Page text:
Certes here they resemble the pope very much; for, as he sendeth out his idols, so do they their parasites, pages, chamberlains, stewards, grooms, and lackeys; and yet these be the men that first exclaim of the insufficiency of the ministers, as hoping thereby in due time to get also their glebes and grounds into their hands. In times past bishoprics went almost after the same manner under the lay princes, and then under the pope, so that he which helped a clerk unto a see was sure to have a present or purse fine, if not an annual pension, besides that which went to the pope's coffers, and was thought to be very good merchandise.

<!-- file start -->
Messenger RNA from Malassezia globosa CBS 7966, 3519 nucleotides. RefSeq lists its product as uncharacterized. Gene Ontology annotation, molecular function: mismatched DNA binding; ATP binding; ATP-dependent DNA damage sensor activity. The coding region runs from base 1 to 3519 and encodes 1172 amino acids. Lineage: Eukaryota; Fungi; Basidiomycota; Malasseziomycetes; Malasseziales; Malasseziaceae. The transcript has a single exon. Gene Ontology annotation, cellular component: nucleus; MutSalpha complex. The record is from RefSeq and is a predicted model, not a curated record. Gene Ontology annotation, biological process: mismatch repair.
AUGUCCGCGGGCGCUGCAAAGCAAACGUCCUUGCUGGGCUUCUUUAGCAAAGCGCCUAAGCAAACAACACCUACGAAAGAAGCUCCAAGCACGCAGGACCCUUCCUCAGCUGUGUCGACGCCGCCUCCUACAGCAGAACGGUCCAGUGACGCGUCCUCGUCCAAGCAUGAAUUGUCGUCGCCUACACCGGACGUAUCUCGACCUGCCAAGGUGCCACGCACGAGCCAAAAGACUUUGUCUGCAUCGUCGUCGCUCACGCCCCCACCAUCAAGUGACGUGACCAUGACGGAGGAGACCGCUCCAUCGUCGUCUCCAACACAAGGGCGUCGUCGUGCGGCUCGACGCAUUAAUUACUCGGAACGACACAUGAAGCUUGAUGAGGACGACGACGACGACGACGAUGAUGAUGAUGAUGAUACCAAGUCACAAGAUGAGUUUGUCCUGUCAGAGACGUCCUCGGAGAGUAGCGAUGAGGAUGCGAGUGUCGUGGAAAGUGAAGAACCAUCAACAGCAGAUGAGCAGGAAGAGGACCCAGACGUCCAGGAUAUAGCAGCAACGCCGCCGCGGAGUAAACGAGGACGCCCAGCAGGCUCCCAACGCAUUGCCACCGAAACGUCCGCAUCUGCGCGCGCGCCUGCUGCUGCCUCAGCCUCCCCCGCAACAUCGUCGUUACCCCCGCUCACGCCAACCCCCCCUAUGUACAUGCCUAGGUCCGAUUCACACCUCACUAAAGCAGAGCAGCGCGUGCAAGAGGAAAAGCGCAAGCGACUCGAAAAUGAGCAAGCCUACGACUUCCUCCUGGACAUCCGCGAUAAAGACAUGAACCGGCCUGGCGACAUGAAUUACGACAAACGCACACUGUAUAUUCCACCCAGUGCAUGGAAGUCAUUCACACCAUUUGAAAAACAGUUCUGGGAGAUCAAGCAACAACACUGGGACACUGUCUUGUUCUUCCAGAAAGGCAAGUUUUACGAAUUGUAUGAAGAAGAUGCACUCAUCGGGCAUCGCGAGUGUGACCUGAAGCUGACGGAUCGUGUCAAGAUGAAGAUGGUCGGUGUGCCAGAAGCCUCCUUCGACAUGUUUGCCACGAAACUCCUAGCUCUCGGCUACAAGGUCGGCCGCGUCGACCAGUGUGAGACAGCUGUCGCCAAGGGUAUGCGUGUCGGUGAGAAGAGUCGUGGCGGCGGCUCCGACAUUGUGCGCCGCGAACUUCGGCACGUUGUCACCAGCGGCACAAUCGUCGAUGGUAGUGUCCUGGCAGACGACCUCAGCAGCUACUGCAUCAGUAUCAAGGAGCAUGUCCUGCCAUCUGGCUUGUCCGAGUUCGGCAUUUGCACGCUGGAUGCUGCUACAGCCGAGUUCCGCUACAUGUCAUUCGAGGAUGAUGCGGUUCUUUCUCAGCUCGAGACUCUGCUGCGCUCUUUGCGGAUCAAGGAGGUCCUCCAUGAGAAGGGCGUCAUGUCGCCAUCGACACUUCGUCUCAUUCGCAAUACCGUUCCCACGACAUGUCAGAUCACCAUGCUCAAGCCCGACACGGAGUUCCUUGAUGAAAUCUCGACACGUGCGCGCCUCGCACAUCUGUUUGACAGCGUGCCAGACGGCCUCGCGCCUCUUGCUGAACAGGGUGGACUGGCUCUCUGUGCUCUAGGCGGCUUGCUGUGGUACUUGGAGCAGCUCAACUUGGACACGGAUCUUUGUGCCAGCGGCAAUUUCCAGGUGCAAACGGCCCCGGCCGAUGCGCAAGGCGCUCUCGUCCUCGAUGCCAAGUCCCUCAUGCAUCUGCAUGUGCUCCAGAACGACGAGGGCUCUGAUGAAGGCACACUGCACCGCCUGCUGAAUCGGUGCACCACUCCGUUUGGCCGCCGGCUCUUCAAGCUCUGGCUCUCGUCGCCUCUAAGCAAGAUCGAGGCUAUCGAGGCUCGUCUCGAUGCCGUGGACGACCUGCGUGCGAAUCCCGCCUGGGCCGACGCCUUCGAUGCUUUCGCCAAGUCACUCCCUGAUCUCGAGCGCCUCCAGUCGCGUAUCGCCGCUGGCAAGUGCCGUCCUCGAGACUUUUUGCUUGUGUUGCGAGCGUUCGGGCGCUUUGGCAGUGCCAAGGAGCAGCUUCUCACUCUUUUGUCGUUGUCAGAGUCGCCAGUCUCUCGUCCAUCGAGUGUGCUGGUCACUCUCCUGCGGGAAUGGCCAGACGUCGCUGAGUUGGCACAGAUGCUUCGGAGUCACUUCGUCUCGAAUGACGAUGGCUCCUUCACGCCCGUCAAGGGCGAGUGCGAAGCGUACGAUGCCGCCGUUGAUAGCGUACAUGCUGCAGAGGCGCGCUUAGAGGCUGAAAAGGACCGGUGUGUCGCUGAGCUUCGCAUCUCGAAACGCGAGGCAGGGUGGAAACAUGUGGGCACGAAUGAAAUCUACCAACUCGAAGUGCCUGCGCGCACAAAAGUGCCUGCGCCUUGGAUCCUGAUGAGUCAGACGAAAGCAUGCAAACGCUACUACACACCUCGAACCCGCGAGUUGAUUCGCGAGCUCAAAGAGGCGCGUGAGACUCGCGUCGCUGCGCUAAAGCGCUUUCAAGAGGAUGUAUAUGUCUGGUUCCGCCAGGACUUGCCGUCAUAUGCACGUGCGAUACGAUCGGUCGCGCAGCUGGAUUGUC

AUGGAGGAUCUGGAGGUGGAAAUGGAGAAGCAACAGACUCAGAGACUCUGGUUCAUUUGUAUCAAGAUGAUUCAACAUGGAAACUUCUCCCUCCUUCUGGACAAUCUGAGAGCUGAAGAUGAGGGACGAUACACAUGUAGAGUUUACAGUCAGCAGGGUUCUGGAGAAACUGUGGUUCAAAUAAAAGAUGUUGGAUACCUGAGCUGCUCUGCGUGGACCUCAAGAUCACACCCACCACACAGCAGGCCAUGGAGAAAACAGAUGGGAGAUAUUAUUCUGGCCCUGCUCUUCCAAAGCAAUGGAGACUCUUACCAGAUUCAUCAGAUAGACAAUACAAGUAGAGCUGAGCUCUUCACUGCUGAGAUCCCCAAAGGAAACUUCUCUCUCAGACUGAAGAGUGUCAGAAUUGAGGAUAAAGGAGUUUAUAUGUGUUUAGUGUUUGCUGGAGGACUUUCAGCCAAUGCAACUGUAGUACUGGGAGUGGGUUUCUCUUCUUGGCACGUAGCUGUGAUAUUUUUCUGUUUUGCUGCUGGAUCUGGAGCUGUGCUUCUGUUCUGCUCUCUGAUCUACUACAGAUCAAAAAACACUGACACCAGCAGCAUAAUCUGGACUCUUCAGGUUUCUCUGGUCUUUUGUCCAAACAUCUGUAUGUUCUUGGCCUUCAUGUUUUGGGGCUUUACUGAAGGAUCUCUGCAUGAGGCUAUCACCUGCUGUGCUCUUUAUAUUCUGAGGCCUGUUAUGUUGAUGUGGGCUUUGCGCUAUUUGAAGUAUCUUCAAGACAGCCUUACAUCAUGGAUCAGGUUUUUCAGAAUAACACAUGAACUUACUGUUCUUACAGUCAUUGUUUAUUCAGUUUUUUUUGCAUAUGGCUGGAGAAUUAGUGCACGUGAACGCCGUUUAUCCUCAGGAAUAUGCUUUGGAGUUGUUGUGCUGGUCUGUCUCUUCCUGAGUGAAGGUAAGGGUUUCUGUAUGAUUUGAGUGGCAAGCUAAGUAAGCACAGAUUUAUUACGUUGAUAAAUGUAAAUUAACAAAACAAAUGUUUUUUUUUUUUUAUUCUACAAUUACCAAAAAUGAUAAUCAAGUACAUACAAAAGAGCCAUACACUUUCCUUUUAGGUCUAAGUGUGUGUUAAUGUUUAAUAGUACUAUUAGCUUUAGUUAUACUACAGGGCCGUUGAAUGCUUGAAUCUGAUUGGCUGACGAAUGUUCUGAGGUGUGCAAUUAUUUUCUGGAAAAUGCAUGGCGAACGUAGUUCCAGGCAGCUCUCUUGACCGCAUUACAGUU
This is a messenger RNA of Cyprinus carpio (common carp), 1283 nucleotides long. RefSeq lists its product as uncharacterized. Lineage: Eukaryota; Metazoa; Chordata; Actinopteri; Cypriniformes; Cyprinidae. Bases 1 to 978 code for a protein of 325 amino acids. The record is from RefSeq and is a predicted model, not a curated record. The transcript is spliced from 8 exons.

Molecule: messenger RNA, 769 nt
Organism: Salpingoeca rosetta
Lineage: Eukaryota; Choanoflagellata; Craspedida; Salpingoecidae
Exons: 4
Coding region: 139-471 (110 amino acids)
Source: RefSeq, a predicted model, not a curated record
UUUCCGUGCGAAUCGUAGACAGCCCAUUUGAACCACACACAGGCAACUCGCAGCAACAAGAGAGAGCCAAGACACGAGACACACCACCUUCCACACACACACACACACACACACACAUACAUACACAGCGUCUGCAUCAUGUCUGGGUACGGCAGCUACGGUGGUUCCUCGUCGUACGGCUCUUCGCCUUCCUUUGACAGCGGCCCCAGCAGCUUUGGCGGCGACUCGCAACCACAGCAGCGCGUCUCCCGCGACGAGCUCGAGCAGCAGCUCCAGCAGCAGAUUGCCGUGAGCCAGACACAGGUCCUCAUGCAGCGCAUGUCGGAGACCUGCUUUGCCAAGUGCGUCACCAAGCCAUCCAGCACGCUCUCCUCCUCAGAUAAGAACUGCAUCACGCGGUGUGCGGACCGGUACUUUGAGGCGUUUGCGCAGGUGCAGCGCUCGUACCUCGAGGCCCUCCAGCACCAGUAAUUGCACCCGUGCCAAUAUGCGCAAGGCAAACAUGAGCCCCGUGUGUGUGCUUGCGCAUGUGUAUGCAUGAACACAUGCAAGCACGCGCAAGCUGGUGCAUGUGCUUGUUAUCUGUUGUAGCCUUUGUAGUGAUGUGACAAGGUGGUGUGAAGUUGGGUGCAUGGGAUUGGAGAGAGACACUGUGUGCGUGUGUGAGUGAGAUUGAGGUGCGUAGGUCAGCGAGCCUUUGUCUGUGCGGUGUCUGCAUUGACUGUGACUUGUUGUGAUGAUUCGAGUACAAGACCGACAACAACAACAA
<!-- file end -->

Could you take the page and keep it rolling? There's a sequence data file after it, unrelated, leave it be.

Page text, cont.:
To proceed therefore with the rest, I think it good also to remember that the names usually given unto such as feed the flock remain in like sort as in times past, so that these words, parson, vicar, curate, and such, are not yet abolished more than the canon law itself, which is daily pleaded, as I have said elsewhere, although the statutes of the realm have greatly infringed the large scope and brought the exercise of the same into some narrower limits. There is nothing read in our churches but the canonical Scriptures, whereby it cometh to pass that the Psalter is said over once in thirty days, the New Testament four times, and the Old Testament once in the year. And hereunto, if the curate be adjudged by the bishop or his deputies sufficiently instructed in the holy Scriptures, and therewithal able to teach, he permitteth him to make some exposition or exhortation in his parish unto amendment of life. And for so much as our churches and universities have been so spoiled in time of error, as there cannot yet be had such number of able pastors as may suffice for every parish to have one, there are (beside four sermons appointed by public order in the year) certain sermons or homilies (devised by sundry learned men, confirmed for sound doctrine by consent of the divines, and public authority of the prince), and those appointed to be read by the curates of mean understanding (which homilies do comprehend the principal parts of Christian doctrine, as of original sin, of justification by faith, of charity, and such like) upon the Sabbath days unto the congregation. And, after a certain number of psalms read, which are limited according to the dates of the month, for morning and evening prayer we have two lessons, whereof the first is taken out of the Old Testament, the second out of the New; and of these latter, that in the morning is out of the Gospels, the other in the afternoon out of some one of the Epistles. After morning prayer also, we have the Litany and suffrages, an invocation in mine opinion not devised without the great assistance of the Spirit of God, although many curious mind-sick persons utterly condemn it as superstitious, and savouring of conjuration and sorcery.